New Haven is quiet, peaceful and calm: the complete opposite of New York City - which is why WTA players say the Connecticut Open is perfect for their last-minute US Open tune-up.
Stephanie Livaudais
August 25, 2018

NEW HAVEN, CT, USA - New Haven is quiet, peaceful and calm: the complete opposite of New York City - which is why many WTA players say the Connecticut Open is perfect for their last-minute US Open tune-up.

Set the week before the Slam and staged just 72 miles away at the Connecticut Tennis Center at Yale, the New Haven tournament uses the same balls as the US Open and features similar conditions to Flushing Meadows - as well as a world-class stadium and tournament team dedicated to making players feel at home.

“There’s probably something in the water, right Anne?” Petra Kvitova joked with Tournament Director Anne Worcester after her second-round win. The Czech has been a regular fixture at the Connecticut Open since 2010, and she’s quickly become one of the winningest players in tournament history, lifting three trophies (2012, 2014-2015) as well reaching the final in 2013 and semifinals in 2016.

“I don’t know what it is about New Haven, but probably it’s because everything here just lets me use my game - the Center Court is just a little bit faster than other courts,” she added.

“New Haven is a pretty quiet place, which I always love. It’s the calm before the storm that’s coming in New York, so it’s a great place to be here. I just feel very comfy here, very relaxed and enjoying the time here. We go shopping here, we were in the restaurants - it’s a fun place to be.”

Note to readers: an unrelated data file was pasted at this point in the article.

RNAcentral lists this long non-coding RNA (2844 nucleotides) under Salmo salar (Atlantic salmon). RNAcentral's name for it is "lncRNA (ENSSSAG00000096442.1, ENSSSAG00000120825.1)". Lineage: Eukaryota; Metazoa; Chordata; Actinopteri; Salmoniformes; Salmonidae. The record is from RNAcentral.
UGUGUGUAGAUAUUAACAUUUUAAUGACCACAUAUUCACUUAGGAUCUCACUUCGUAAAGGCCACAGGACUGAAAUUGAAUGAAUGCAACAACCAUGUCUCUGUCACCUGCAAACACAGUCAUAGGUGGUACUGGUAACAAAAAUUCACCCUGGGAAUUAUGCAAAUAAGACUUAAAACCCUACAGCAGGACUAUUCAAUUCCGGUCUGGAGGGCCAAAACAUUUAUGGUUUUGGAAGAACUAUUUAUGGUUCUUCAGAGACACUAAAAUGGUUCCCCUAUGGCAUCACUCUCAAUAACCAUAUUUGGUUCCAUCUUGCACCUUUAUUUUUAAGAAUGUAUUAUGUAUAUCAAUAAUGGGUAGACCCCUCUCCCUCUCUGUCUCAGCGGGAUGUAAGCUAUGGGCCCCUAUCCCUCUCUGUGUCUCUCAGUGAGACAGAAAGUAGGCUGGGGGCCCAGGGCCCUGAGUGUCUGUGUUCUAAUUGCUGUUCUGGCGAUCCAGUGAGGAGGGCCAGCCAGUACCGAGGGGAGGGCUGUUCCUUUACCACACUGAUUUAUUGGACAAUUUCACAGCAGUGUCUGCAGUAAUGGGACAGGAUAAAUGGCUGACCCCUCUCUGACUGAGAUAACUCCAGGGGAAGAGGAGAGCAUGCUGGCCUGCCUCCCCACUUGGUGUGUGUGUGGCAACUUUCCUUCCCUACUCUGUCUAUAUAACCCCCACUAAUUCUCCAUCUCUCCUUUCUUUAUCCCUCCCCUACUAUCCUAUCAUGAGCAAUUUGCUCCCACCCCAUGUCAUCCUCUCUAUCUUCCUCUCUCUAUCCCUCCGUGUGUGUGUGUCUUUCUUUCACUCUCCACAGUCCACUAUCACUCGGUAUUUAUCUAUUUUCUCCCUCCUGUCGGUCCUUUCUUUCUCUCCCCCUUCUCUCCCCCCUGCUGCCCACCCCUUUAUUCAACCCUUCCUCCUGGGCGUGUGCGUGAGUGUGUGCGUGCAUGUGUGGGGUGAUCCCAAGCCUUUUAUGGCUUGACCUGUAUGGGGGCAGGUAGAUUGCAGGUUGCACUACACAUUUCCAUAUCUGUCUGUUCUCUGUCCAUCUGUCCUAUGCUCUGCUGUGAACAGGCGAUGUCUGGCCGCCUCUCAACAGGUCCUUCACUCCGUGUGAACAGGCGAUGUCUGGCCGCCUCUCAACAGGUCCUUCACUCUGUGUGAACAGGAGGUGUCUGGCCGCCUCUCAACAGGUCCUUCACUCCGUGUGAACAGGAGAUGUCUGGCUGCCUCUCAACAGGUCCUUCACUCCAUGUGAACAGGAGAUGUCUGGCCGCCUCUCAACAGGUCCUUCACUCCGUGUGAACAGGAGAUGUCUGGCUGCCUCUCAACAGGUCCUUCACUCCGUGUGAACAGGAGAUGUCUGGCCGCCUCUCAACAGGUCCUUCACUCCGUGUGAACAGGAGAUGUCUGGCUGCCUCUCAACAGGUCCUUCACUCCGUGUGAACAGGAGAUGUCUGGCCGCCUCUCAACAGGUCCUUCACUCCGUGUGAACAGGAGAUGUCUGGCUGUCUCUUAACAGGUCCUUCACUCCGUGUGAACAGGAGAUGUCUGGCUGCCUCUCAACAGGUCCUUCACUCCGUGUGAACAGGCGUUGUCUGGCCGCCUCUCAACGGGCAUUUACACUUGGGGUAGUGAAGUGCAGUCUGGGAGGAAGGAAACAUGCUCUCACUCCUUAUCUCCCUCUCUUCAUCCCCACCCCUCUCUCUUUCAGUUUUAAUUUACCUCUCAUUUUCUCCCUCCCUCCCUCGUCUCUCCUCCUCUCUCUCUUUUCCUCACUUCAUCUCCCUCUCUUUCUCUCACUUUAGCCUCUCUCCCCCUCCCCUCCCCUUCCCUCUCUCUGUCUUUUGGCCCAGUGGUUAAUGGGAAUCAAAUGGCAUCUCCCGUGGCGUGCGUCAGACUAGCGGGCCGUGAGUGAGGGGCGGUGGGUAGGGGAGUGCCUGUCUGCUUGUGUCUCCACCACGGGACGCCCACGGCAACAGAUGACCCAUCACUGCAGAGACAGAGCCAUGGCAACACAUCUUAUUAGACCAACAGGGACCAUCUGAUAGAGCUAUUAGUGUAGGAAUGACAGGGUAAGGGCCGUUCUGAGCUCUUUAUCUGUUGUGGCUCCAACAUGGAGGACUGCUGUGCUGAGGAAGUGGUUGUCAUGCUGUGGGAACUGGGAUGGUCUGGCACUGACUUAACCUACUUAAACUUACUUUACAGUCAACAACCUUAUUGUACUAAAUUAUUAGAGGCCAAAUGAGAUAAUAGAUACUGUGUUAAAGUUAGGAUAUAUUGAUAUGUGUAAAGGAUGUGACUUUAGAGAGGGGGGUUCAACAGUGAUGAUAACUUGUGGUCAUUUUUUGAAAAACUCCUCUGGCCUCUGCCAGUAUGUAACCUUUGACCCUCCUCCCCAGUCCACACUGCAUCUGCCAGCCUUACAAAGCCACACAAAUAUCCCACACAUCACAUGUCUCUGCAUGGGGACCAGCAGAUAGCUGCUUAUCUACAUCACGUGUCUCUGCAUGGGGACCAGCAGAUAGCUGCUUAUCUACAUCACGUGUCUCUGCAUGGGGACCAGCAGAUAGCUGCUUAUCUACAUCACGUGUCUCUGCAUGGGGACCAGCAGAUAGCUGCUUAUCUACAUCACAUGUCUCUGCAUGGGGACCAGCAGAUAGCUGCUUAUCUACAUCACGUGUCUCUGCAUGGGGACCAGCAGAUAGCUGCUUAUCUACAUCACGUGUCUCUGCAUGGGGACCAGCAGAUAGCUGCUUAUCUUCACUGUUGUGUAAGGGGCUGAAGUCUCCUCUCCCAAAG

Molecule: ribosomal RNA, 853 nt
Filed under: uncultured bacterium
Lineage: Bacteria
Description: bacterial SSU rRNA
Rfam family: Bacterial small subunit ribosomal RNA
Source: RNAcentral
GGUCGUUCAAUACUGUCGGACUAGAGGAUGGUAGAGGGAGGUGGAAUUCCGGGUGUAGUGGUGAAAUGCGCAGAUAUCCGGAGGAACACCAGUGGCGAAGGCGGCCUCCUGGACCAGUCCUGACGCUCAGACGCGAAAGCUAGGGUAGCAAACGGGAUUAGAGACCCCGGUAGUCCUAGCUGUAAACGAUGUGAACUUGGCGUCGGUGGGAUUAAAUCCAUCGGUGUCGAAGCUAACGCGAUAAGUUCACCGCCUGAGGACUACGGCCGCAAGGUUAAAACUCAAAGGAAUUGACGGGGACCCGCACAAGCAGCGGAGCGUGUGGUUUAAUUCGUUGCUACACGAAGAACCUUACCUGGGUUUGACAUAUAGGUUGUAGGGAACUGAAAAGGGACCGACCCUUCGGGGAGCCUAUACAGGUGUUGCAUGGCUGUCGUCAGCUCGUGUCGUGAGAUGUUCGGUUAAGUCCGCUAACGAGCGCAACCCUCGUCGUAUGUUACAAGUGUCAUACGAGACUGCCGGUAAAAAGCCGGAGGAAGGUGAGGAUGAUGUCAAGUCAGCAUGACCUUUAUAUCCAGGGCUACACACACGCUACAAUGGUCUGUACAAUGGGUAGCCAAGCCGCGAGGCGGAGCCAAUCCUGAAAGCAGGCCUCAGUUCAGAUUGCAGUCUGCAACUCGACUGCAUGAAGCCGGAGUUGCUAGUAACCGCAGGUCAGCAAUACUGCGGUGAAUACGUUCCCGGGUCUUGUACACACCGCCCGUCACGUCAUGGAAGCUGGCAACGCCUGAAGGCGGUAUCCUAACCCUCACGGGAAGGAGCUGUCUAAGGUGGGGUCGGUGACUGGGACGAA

There's always time for fun at the @connecticutopen 😀 Next stop: NYC

A post shared by Petra Kvitova (@petra.kvitova) on

Kiki Bertens, who was originally seeded No.7 but was forced to withdraw due to fatigue and illness after her Cincinnati title run, prefered to stay in New Haven to compete in the doubles competition rather than head to New York.

“Here, I can still play some matches, have some practice, and not have the busyness of New York City,” Bertens said.

Semifinalist Julia Goerges shared a similar opinion: despite falling to an inspired Aryna Sabalenka in straight sets, the German came away feeling positive about her upcoming US Open campaign.

“I had four great matches, I played a lot of good players, and I think that’s what you want here” Goerges said. “You have the same climate, the same balls - I’m going to New York now and I’m playing on Monday so for me, it was overall a great preparation here towards New York. I can be very pleased with the way I played this week.”

“I think that it’s good to be here this week and away from all the hustle and bustle in New York,” Monica Puig said. The Puerto Rican was on the comeback trail after recovering from hip injury, making a run to the semifinals from qualifying before being forced to retire with an abdominal strain.

Despite the disappointing end to her Connecticut Open campaign, Puig told press that the calmness of New Haven was important in her mental preparations for the upcoming Slam.

“I was thinking about it earlier, and it just feels so much more relaxed here. When you go to a Grand Slam, you’re just kind of overwhelmed with everything, the atmosphere, and you feel more tired at the end of the day,” she said. “I’m just in my element over here instead of getting lost in the concrete jungle.

“Obviously, it’s inevitable - I’m going to have to go there sometime. But as long as I can stay here and continue to do what I’ve been doing so far, it’s a plus.”